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Rays’ Taylor Walls sides with DeSantis on transgender athlete issue

The infielder tweets that he “couldn’t agree more” with the governor’s stance that transgender athletes shouldn’t compete in women’s sports.
Rays infielder Taylor Walls has sided with Florida Gov. Ron DeSantis on the controversial topic of whether to allow transgender athletes to compete in girls’ and women’s sports.
Rays infielder Taylor Walls has sided with Florida Gov. Ron DeSantis on the controversial topic of whether to allow transgender athletes to compete in girls’ and women’s sports. [ IVY CEBALLO | Times ]
Published Mar. 23|Updated Mar. 23

PORT CHARLOTTE — Rays infielder Taylor Walls said he wasn’t looking to become the center of a political controversy on social media — and seemingly at odds with his bosses — on Wednesday.

But he did exactly that by tweeting that he agreed with Florida Gov. Ron DeSantis’ stance against allowing transgender athletes to compete in girls’ and women’s sports.

DeSantis interjected himself into the issue Tuesday with comments, a proclamation and a tweet, criticizing the NCAA for “destroying opportunities for women, making a mockery of its championships and perpetuating a fraud” after transgender woman Lia Thomas won an event at the national swim meet.

Walls, 25, aligned himself with DeSantis by sharing the governor’s tweet, adding, “Couldn’t agree more.”

By the end of the afternoon, Walls found everything from his political beliefs to his hairstyle being debated by commenters on both sides of the issue; getting a talking-to from manager Kevin Cash about the perils of social media; and trying to explain that he didn’t mean any disrespect with what he said.

“In my opinion, I don’t think I did anything wrong,” Walls told the Tampa Bay Times after playing in Wednesday’s game in North Port. “I think I just gave my opinion. Some people may have taken that out of context. And I’m very sorry to them. I respect them. I don’t mean any disrespect to anybody at all.”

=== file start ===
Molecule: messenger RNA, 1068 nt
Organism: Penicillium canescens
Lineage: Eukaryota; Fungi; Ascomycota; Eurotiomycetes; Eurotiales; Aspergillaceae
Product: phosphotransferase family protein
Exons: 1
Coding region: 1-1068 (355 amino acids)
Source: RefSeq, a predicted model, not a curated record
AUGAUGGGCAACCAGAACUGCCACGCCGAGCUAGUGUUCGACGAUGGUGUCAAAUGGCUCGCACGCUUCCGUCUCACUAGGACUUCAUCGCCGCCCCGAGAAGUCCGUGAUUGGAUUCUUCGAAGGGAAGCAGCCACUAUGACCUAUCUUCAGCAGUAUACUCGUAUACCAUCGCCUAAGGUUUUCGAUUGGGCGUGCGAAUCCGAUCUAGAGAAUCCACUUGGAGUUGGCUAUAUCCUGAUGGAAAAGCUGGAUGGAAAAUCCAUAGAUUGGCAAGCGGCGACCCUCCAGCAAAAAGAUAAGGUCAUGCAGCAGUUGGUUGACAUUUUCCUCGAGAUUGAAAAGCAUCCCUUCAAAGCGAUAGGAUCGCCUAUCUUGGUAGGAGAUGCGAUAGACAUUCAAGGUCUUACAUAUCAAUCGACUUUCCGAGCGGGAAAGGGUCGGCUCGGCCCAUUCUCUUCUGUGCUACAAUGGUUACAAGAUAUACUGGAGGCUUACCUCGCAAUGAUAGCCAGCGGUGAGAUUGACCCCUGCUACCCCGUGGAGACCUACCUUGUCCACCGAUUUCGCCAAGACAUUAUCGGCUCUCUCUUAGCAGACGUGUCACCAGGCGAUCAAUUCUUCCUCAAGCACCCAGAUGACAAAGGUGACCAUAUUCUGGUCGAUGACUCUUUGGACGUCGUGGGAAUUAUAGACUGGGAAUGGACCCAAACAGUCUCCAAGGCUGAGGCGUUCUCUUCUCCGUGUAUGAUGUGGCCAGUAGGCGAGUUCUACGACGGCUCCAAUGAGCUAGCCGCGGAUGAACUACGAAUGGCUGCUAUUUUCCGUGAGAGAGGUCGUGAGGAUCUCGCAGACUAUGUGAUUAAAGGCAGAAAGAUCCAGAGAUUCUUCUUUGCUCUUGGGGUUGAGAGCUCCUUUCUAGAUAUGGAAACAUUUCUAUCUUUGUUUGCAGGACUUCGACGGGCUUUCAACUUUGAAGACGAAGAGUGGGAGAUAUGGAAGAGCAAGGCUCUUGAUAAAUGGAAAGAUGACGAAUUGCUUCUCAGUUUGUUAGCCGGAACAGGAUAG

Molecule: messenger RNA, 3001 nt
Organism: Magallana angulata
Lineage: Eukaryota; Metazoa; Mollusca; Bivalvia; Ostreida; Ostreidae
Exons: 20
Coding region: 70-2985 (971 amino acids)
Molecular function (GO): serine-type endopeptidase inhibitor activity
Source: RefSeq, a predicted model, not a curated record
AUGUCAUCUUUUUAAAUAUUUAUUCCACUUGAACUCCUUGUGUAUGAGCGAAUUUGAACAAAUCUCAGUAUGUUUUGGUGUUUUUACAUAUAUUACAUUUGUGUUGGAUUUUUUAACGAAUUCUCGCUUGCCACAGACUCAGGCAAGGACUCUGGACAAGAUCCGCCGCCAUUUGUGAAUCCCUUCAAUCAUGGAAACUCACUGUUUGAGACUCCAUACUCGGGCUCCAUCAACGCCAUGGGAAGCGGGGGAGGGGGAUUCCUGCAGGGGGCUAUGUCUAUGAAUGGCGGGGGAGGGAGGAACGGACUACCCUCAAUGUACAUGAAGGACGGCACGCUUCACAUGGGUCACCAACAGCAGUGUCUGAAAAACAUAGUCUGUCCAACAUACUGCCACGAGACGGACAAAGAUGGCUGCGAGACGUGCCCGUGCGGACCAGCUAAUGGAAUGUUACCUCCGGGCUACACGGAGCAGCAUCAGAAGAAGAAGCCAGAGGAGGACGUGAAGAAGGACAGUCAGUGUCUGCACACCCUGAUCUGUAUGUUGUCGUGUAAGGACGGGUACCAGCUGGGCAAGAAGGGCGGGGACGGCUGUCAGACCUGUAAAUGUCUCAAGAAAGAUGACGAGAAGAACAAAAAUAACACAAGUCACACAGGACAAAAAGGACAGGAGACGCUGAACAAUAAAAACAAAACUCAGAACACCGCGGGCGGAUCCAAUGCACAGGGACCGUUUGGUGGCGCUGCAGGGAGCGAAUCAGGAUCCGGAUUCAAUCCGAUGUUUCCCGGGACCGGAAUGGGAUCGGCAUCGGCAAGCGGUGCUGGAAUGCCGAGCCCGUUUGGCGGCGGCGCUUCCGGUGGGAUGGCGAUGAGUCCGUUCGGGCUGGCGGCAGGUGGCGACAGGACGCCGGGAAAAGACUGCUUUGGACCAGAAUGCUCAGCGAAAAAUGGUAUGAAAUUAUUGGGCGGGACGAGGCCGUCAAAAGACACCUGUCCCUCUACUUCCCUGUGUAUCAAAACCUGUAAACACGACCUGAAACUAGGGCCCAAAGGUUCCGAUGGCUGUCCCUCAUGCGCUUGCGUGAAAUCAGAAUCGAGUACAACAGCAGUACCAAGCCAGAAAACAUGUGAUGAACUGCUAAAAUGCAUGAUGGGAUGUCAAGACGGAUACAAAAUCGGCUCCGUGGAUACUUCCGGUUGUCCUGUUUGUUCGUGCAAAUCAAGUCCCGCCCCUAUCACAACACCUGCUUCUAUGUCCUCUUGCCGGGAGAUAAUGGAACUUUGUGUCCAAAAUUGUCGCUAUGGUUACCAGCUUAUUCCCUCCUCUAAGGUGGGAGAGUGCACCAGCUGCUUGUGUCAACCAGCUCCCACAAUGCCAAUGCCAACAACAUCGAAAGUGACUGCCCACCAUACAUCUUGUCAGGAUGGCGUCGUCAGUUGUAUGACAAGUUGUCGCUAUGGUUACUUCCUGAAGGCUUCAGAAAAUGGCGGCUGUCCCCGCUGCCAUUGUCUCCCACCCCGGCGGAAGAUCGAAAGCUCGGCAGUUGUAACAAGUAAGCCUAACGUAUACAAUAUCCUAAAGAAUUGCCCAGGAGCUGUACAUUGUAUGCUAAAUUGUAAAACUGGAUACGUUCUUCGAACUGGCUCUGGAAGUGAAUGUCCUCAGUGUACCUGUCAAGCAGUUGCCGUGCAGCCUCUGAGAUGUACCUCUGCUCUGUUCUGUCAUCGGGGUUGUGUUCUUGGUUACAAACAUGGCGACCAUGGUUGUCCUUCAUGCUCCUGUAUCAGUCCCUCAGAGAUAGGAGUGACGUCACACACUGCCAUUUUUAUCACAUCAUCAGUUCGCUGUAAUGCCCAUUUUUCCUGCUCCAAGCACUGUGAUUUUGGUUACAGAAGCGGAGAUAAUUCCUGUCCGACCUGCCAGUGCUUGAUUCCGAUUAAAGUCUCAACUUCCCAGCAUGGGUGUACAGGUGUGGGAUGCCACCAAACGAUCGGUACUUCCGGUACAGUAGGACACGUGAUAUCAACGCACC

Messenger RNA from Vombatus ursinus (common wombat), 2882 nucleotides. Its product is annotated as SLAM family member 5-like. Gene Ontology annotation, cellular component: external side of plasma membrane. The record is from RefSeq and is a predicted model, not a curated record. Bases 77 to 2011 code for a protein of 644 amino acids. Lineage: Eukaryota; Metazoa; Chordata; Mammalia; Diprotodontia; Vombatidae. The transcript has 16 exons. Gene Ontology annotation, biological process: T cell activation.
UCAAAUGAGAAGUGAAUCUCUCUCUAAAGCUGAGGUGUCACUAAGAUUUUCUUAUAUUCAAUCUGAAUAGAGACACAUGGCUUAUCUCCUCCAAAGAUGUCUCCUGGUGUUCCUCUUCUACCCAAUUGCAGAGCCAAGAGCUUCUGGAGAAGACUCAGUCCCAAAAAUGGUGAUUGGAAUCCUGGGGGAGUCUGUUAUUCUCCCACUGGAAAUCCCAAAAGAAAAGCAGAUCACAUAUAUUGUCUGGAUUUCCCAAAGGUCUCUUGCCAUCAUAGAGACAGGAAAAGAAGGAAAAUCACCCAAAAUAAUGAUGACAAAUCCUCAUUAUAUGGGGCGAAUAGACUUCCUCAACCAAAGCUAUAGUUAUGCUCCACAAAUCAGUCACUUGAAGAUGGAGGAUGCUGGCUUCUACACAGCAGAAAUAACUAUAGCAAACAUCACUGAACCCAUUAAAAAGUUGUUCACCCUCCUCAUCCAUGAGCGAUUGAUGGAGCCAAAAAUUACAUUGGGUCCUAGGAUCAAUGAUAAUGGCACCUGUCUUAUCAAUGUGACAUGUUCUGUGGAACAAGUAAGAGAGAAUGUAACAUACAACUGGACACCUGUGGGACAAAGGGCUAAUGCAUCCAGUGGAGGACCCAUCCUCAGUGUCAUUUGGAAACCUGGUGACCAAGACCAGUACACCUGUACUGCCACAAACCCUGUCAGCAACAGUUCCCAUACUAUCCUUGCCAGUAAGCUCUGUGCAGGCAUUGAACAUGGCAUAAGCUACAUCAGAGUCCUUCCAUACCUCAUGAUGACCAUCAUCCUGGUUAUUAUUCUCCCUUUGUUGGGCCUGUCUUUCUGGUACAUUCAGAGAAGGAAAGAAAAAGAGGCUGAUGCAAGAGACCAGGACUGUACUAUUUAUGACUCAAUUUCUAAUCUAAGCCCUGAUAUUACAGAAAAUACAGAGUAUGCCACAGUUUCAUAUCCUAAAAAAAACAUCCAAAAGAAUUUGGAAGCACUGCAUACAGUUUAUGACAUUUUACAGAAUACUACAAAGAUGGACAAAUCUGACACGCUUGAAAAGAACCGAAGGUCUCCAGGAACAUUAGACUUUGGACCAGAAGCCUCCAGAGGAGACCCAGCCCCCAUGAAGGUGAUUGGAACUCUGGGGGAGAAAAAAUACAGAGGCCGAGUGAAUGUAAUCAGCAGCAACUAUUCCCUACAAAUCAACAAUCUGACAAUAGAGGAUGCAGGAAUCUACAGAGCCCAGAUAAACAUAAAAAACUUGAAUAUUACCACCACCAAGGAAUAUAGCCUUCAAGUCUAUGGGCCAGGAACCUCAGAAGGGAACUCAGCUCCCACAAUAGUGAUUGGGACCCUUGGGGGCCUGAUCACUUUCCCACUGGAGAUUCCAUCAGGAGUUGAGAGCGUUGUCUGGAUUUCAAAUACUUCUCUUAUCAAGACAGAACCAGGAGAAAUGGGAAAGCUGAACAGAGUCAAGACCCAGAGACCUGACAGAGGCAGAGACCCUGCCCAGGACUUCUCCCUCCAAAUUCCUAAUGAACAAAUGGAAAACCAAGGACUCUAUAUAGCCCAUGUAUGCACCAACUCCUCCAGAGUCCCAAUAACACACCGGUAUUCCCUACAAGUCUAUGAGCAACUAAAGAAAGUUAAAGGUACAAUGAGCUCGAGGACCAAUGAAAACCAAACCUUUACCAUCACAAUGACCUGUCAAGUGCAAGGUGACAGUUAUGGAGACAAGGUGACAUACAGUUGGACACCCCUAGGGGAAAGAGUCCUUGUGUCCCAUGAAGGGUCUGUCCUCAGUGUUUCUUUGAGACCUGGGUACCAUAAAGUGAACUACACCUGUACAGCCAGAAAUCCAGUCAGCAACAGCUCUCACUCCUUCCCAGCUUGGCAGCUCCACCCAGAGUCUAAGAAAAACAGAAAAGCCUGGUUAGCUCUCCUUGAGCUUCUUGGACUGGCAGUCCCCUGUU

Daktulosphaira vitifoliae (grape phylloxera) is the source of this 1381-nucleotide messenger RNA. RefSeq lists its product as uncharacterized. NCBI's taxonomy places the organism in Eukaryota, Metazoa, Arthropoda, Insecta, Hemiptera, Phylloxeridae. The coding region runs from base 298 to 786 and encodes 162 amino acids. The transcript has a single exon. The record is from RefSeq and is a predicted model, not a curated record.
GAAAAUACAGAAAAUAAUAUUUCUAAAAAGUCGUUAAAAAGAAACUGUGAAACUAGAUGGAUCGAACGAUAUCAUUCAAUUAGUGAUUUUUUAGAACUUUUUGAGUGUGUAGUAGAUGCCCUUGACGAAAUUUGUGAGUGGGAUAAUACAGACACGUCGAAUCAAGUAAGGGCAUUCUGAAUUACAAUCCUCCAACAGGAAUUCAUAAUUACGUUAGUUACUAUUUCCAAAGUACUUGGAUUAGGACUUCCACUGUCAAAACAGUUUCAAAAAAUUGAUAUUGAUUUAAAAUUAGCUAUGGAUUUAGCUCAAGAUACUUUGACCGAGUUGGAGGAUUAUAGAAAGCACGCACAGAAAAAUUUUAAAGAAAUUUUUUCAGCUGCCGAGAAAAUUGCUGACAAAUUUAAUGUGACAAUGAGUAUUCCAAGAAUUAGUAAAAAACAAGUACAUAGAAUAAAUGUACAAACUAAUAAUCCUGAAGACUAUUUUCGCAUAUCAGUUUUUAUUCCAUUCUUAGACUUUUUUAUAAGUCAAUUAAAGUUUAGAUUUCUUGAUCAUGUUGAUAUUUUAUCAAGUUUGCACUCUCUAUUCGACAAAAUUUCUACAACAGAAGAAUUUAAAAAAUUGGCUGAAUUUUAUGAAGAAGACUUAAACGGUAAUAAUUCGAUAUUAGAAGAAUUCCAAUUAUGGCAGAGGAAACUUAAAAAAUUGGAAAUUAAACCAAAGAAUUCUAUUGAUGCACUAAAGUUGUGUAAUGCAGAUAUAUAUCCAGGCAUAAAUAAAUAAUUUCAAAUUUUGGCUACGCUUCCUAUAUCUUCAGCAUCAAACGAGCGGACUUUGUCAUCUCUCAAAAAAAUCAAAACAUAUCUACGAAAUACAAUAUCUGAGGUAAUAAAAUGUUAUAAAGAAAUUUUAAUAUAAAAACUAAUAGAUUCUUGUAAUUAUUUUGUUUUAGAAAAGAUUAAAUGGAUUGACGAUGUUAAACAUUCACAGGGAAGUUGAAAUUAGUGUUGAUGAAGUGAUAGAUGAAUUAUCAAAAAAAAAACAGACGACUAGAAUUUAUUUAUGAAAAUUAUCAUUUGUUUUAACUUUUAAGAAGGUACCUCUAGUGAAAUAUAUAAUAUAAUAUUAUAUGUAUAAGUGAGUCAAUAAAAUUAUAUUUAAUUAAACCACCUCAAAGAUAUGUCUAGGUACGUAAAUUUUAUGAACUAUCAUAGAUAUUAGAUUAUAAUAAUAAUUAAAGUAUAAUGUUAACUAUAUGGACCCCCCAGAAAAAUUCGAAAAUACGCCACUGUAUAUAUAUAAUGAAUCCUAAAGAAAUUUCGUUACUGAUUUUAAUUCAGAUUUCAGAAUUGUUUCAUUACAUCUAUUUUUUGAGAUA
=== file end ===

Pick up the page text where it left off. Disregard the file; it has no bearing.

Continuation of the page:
Walls, a second-year big-leaguer from Georgia who attended Florida State, said he hadn’t delved that deeply into the transgender issue but believed he knew enough that he didn’t think it was right and felt strongly enough to say so.

“Usually, I try to keep politics away from everything,” Walls said. “Other people’s views are other people’s views. I respect that 100 percent. The same way I feel that mine should be respected, too. So, no, I’m not a big political-rant guy, I’m not trying to spark many conversations.

“Honestly, it’s just something to where I was kind of voicing my opinion out loud. It was just more of an impulsive thing to where I saw something, (and) I agreed with it.”

Walls is believed to be one of the first professional athletes to speak out on the subject. His views likely did not go over well with his bosses, as the Rays front office is openly supportive of inclusiveness, especially with respect to racial and gender issues.

Walls likely is not the only Rays player with an opinion on the subject. Cash said there would be further conversations about it.

“There are a lot of challenging discussions in our society right now,” Cash said. “It’s probably best that we take the time to have more discussions to find clarity, in fairness to everybody. Twitter is not the best forum for that.”

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Walls said he realizes you “have to be very careful” on social media but added that “everybody’s opinion should be valued or heard. The same way that I do my best to understand everyone’s perspective, even if I don’t agree with it, I think that should be reciprocated to everyone. ...

“I feel like it’s a two-way street. I feel like I respect others. I don’t do anything out of disrespect or harming anyone else. It’s just my opinion. And feel free to disagree, there’s no harm done. I don’t have any hard feelings towards anyone else. And that’s kind of it.”

Speaking Tuesday in Wesley Chapel, DeSantis unexpectedly brought up the issue, claiming that Sarasota native Emma Weyant, who finished second to Thomas in the 500-yard women’s freestyle race, should be recognized as the “best female swimmer” in the NCAA event.

Walls said he didn’t want to get into specifics regarding his objection to the situation.

“For a long time, especially in NCAA sports, people have been fighting for women(’s) rights and women(’s) equality,” he said. “I’m not going to go down this road, because I don’t want to get political, but there’s plenty of reasons why people may have a certain opinion or may think a certain way.”

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